1. Levelling. The two bubble levels on the head aren't much help because they are on the clamp, whist the movement for panning across your scene comes from the base.
  2. Parallax errors. Because you're not rotating the camera about the correct point on the lens objects will appear to move across each other as you pan. Not a problem if you are shooting distant horizons but a nightmare in a forest.

Because of this I add a couple more items to my panorama kit list. flash bracket I got this twin flash bracket off the internet for next to nothing. It came with two camera threaded nut/bolts and three threaded areas in the bar. The washers are to space everything out. flash hot-shoe cover bubble level Again, cheap and cheerful from the internet this hot-shoe cover bubble level helps get your camera somewhere near level. I know your hot-shoe might not be perpendicular to your sensor but come on, how accurate do you want to be! Also my original cover is on a hillside somewhere.

Another possibility is a remote shutter release to avoid knocking my slightly dodgy rig between shots. panorama setup

And here it is, my Heath Robinson panorama rig. I have successfully stitched panorama's shot in woodland and even inside my home with it. Obviously the bracket sticking out behind the camera is not ideal and I could cut it off but then I wouldn't be able to put two flashes on it would I?

The biggest tip is: get good at levelling your tripod. The trick is to set everything up as straight as possible with the legs fully extended and point your camera so the lens extends over one of the legs. Adjust the length of that leg till the camera is level in that axis. Next turn the camera 90degrees so the lens is parallel to the other two legs. Adjust one of these till the camera is level in that axis. Provided your ballhead is relatively vertical in its socket your camera should be level enough. 6 image hugin panorama This 6 image, 180degree panorama was shot with a 30mm equiv lens and stitched together in hugin. I left the empty space to show how level the images worked out.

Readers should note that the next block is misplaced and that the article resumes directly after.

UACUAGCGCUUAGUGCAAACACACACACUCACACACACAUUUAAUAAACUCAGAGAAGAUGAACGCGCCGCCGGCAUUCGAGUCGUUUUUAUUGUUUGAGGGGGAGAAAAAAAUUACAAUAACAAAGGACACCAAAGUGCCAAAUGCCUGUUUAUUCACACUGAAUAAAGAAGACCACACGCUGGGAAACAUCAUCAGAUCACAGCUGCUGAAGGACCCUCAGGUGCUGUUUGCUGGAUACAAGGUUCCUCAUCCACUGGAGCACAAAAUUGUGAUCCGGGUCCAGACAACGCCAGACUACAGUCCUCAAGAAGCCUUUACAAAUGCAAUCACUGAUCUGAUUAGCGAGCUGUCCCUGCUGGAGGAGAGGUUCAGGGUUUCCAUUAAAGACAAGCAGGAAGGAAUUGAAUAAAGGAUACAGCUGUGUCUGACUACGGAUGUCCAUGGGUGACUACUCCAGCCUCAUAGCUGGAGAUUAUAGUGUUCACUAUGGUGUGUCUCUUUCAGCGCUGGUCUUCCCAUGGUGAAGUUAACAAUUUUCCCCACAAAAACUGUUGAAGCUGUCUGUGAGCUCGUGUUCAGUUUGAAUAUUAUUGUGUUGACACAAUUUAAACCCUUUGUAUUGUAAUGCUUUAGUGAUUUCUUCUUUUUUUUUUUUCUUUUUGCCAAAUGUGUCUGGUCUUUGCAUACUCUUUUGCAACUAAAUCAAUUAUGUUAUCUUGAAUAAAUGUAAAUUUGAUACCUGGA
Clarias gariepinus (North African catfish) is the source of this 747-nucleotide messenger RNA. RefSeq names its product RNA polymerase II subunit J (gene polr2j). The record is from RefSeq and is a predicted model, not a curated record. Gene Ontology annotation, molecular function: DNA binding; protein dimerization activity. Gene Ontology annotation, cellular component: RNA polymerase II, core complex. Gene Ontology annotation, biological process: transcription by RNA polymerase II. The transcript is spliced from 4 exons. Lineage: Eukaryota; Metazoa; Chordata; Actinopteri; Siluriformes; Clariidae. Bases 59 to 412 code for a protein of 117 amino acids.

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  • \$\begingroup\$ What an awesome answer. Thank you very much mate! \$\endgroup\$
    – Ben
    May 11, 2020 at 6:39
  • \$\begingroup\$ @Ben Glad to help, I've got a bit of spare time on my hands just now thanks to lockdown. You may be interested in this answer I've just posted which was how I got to this method a little while back. \$\endgroup\$
    – dmkonlinux
    May 13, 2020 at 6:22
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The tripod seems to be fine, however I do not own it and can therefore not make specific statements to it.

For panorame stitching, it is recommended to use a panoramic tripod head. It allows you to rotate the camera around a point that can be the front element of your lens. This reduces parallax and distortion.

It is also possible to make panoramas with a regular tripod head and usually, the effects won't be very noticeable, unless you have subjects very close to the camera.

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  • \$\begingroup\$ @Ben I have never really had any issues stitichin panoramas with a normal ballhead.Providing you take your time and make sure everything is level firstly then just rotate round on the ball head underneath.To get good stitching I usually overlap each image by a third.make sure you are in portrait for the images and your setting are on manual mode.Dont use auto white balance or shutter sppeds and arpeture as this will cause issues stitching, so make sure you determine the correct exposure you need first \$\endgroup\$ May 4, 2020 at 16:12